London: British snooker player Stephen Lee, who has been banned for 12 years after being found guilty of fixing the outcome in seven games, has said that he is innocent of the charges against him and will appeal against his ban.
The former world number five was given the longest suspension in the sport`s history on Wednesday after he was found guilty of fixing seven matches in 2008 and 2009, including three in the Malta Cup in 2008, two at the UK Championship in the same year, one at the 2009 China Open and one at the 2009 World Championship.
According to the BBC, however, Lee reiterated his innocence, saying that he is `absolutely devastated` at the `outrageous` charges as he has done nothing wrong, adding that he will be consulting a lawyer to refute the ban.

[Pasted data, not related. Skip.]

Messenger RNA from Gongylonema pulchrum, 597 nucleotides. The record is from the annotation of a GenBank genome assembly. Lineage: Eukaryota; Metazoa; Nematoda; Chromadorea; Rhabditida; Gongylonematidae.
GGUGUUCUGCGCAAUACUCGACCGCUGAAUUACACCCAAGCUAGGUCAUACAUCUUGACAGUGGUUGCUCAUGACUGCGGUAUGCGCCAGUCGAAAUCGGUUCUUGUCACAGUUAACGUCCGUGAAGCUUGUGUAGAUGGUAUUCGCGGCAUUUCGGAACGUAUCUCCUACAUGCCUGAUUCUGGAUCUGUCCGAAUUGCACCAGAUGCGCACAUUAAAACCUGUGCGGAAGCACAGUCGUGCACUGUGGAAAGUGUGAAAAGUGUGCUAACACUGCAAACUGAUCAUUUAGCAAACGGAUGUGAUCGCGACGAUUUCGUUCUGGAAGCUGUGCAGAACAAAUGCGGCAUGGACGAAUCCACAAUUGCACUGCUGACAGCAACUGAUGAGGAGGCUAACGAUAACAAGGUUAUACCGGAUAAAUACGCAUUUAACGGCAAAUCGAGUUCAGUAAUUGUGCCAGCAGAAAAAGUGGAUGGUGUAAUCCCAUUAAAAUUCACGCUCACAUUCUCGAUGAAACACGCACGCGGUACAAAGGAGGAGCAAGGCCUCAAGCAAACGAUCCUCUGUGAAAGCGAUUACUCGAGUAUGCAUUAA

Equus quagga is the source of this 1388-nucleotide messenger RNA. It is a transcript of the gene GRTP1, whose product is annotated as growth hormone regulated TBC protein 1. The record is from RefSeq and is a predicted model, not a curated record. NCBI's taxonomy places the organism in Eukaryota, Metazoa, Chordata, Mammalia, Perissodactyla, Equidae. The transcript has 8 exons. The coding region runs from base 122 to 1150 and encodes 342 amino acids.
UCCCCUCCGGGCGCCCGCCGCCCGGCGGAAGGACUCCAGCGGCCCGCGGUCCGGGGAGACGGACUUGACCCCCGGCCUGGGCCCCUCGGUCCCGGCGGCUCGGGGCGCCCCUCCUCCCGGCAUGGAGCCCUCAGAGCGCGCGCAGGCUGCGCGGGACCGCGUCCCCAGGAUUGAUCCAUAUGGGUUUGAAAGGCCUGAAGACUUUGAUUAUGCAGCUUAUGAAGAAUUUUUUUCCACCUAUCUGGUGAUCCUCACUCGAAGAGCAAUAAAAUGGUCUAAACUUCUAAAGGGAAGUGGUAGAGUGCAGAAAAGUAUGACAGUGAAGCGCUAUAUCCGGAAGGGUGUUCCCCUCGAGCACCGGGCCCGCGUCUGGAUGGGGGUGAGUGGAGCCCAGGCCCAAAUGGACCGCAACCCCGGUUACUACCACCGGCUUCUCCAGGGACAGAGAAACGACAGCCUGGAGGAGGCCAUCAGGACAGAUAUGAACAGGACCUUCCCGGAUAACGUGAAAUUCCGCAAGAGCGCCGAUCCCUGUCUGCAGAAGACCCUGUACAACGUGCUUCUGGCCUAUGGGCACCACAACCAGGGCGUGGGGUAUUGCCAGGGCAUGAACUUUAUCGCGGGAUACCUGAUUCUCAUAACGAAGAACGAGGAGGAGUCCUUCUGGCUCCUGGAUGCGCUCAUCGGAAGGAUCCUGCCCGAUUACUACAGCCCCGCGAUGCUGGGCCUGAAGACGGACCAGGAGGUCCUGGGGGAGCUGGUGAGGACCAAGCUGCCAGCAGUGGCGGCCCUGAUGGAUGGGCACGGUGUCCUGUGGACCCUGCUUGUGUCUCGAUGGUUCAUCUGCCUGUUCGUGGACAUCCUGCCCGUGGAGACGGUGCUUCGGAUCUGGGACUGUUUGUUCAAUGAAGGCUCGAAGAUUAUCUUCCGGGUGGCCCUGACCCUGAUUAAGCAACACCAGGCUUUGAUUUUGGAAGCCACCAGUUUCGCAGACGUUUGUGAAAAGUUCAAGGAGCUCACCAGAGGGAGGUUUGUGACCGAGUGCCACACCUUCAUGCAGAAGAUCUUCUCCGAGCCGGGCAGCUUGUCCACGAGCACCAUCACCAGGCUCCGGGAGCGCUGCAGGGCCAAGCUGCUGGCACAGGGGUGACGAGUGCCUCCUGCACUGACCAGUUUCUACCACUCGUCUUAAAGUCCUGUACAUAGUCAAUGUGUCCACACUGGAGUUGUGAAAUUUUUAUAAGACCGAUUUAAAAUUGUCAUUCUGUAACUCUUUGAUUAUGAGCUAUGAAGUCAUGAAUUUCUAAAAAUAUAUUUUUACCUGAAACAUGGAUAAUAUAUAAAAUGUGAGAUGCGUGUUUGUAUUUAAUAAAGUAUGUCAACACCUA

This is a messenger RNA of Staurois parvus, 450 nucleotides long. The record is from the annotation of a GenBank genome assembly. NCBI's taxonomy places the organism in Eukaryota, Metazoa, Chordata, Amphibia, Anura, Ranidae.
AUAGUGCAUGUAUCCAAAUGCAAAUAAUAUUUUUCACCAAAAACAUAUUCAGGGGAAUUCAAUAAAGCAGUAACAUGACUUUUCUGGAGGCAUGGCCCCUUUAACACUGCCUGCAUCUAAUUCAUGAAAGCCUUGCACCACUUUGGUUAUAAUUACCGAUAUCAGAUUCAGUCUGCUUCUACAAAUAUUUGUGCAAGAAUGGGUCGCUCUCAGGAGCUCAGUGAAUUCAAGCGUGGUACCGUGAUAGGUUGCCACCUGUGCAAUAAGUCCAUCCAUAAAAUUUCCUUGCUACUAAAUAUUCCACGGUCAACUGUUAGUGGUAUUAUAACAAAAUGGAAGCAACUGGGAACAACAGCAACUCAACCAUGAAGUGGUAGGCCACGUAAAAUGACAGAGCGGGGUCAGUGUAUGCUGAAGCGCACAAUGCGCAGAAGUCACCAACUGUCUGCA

The report mentioned that Lee was also ordered to pay 40,000 pounds to help cover legal and other expenses of the World Professional Billiards and Snooker Association (WPBSA) in bringing the case following an independent tribunal hearing earlier in September.
Stating that his career will effectively be finished forever if the full term of his ban, till 12 October 2024, is upheld, Lee also said that he loves the game, adding that a dirty picture has been painted of him over the last 11 months, which would not have happened if he had a lawyer to represent him at that time.
Although the tribunal chairman Adam Lewis QC could have imposed a lifetime ban, he said that he did not do so as he believed that Lee had been `weak` for which he was taken advantage OF by others.
According to Lewis, three groups of gamblers had made a total profit of nearly 100,000 pounds from bets placed on Lee, adding that Lee `acted improperly in relation to matches that he either believed he would lose, or that he believed he would win sufficiently comfortably that he could drop the first frame`.